CCR2 is found on subsets of monocytes, macrophages and myeloid derived suppressor cells (MDSCs). CCX872 is an orally administered, potent and selective inhibitor of CCR2. Inhibition of CCR2 has been associated with decreased tumor growth in many preclinical solid tumor models including pancreatic cancer, metastatic melanoma, colorectal cancer, breast cancer and other solid tumors.
About Pancreatic Cancer
It is estimated that over 337,000 cases of pancreatic cancer are diagnosed worldwide every year. In the United States, the estimated incidence of pancreatic cancer in 2018 is approximately 55,500 people; prevalence is only negligibly higher owing to the poor survival rates on current therapy. Within five years of diagnosis, 93 percent of patients die from their disease. Current standards of care include chemotherapeutic regimens that have significant toxicities and, in a minority of cases, surgical resection.
ChemoCentryx is a biopharmaceutical company developing new medications targeted at inflammatory and autoimmune diseases and cancer. ChemoCentryx targets the chemokine and chemoattractant systems to discover, develop and commercialize orally-administered therapies. ChemoCentryx is currently focusing on its late stage drug candidates for patients with rare kidney diseases, avacopan (CCX168) and CCX140.
Avacopan is an orally-administered small molecule that is a selective inhibitor of the complement C5a receptor, or C5aR. Avacopan is in Phase III development for the treatment of anti-neutrophil cytoplasmic auto-antibody-associated vasculitis (ANCA Vasculitis). In clinical studies to date, avacopan was shown to be safe, well tolerated and provided effective control of the disease while allowing elimination of high-dose steroids, part of the current standard of care. Avacopan is also being developed in patients with C3 glomerulopathy (C3G) and atypical hemolytic uremic syndrome (aHUS). The U.S. Food and Drug Administration has granted avacopan orphan-drug designation for ANCA Vasculitis, C3G and aHUS. The European Commission has granted orphan medicinal product designation for avacopan for the treatment of two forms of ANCA Vasculitis: microscopic polyangiitis and granulomatosis with polyangiitis (formerly known as Wegener’s granulomatosis), as well as for C3G. Avacopan was also granted access to the European Medicines Agency’s (EMA) PRIority MEdicines (PRIME) initiative, which supports accelerated assessment of investigational therapies addressing unmet medical need.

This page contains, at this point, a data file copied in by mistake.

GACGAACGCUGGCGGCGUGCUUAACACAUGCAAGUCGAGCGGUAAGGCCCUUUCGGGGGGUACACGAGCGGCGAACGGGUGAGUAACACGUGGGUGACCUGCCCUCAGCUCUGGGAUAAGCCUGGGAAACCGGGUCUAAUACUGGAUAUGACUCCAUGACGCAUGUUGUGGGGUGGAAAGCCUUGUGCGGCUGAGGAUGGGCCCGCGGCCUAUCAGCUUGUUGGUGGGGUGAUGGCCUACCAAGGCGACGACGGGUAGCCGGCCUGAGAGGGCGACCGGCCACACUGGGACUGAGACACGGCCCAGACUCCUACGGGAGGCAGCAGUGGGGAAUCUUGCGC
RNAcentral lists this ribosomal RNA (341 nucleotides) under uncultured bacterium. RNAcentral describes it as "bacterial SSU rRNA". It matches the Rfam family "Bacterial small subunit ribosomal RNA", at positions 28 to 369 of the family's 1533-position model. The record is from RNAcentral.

The Company’s other late stage drug candidate is CCX140, an inhibitor of the chemokine receptor known as CCR2, which is currently being developed for patients with focal segmental glomerulosclerosis (FSGS), a debilitating kidney disease.
ChemoCentryx’s Kidney Health Alliance with Vifor Pharma provides Vifor Pharma with exclusive rights to commercialize avacopan and CCX140 in markets outside of the U.S. and China.
ChemoCentryx also has early stage drug candidates that target chemoattractant receptors in other Inflammatory and autoimmune diseases and in cancer.